A letter from prison is a different beast from a theological dissertation. And in the New Testament these insights of the sharp end, the final blessings that flow from ultimate threat are highly valued in their own right.
In the face of very real threat to his person, and having witnessed an obscene betrayal of Christ, Bonhoeffer found blessing in a very positive vision of Christianity as a life lived with integrity for the neighbour and their needs. Recycled, repurposed, re-embodied as a spiritual resource in times of crisis.
My discovery on reading was the comfort Bonhoeffer found in that when Jesus was afraid, he prayed. Strength in weakness. The realistic recognition of faith as a last resort, when the way ahead is impossible. Sharing something with the palliative approach I experienced in the last days of my late wife’s life. The joy of the hospice.
Having accepted our frailty, having accepted that we are not in charge, having accepted that though humanity has learned to harm the global ecosystem, we are a long way from controlling or governing it… to sum up, having accepted what we can’t do, we are set free to think of who we can be. Whatever happens or not this week in Glasgow.
Though when in the whole of recorded history has a ‘reward in the skies’ made more sense than now? What else are we looking for? Why insulate your religion from the reality you live in?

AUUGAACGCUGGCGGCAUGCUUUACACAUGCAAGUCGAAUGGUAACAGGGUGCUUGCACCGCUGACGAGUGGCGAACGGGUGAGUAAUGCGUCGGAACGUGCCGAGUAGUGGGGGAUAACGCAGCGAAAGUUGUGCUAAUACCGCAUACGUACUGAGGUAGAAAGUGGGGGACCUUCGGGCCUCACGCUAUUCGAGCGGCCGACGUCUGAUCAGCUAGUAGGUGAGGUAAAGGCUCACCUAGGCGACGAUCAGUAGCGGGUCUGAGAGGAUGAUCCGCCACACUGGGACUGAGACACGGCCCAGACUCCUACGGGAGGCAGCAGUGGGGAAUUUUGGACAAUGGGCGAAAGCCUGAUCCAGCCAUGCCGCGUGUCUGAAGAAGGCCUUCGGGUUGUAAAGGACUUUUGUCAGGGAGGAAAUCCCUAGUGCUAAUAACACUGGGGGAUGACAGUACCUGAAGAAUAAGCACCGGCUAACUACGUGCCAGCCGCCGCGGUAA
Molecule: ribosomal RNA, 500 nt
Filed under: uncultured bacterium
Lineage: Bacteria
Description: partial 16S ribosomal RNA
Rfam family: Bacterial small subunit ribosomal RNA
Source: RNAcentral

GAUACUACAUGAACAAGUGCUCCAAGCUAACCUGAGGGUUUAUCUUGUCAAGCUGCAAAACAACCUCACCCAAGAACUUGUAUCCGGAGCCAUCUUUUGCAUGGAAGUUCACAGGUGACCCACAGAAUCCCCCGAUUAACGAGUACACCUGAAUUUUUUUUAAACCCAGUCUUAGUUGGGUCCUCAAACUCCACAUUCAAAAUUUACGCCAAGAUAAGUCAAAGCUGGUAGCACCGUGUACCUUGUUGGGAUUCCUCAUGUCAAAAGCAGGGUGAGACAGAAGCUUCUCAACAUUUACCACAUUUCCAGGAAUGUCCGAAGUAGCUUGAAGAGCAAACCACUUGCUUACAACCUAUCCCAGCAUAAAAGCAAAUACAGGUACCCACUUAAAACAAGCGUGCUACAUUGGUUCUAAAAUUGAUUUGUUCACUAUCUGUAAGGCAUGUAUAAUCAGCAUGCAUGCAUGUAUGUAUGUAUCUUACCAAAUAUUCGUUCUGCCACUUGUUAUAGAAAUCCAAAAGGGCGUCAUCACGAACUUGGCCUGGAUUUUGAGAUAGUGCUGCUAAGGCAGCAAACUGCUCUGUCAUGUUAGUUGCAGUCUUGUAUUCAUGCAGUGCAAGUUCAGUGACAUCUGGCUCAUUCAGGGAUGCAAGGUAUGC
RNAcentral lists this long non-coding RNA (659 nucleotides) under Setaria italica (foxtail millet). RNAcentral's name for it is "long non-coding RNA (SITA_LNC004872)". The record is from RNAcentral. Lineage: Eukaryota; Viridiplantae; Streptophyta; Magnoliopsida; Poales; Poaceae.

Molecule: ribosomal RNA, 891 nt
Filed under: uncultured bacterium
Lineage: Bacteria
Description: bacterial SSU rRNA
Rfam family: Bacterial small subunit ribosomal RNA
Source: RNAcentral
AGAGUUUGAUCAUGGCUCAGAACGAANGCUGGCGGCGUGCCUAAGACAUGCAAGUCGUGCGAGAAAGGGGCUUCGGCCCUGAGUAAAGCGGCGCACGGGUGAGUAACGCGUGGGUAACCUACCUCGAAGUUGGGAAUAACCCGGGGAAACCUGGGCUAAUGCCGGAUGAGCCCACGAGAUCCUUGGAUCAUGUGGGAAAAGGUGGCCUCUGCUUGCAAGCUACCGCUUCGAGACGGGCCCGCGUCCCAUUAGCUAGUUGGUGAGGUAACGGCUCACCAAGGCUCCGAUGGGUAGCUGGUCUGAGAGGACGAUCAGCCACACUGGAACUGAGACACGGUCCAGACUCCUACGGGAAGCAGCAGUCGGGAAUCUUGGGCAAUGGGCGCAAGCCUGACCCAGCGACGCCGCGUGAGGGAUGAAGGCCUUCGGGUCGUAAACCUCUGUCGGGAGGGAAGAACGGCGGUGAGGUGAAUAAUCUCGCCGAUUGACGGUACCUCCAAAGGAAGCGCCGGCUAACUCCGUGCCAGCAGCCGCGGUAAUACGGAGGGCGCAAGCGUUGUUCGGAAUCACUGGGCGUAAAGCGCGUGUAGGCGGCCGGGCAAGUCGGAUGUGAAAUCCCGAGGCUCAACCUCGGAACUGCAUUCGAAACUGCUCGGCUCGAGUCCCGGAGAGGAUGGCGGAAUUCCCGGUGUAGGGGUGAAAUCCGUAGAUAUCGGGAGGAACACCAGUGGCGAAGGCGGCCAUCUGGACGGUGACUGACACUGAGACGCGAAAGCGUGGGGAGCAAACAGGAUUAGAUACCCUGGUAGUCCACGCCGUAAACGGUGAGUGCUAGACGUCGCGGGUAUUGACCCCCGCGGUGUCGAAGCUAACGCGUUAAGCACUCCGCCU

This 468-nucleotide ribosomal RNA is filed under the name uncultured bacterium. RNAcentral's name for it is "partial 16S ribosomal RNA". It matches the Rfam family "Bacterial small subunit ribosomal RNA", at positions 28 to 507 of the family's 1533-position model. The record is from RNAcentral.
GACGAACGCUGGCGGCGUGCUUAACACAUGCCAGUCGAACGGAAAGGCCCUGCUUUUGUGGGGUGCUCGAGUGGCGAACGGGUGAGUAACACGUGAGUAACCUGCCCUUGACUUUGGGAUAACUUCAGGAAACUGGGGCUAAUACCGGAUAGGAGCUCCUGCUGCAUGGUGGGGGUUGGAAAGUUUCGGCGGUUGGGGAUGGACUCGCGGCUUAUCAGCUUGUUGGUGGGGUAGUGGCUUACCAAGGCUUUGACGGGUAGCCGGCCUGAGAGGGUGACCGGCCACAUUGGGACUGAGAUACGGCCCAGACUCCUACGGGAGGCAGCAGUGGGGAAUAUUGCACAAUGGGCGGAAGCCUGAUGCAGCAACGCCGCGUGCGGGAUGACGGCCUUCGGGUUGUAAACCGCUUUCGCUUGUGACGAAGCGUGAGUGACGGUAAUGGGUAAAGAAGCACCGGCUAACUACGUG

I’ve met too many Christians who point-blank refuse to acknowledge the unity of Creation: the healing recycling of heaven and earth both in the vision of Revelation.
The Book of Revelation is prison literature, expressing those wild freedoms of expression that emerge when other freedoms are abolished. Along with Jesus’ own robustly apocalyptic sayings preserved in the Gospels: this end-of-world spirituality, which has accompanied God’s people through so much that seemed hopeless, confirming hope as by far the most practical option.
This week, may we learn a wee bit more how to drive such apocalyptic vehicles for the journey of spiritual resilience, for the glory of God, the comfort of the groaning Creation, the calming of the stones grown hoarse at shouting aloud in the face of the silence of Christ’s disciples.
This week, may we be finally be church for real. In fellowship with all Creatures Souls and Saints.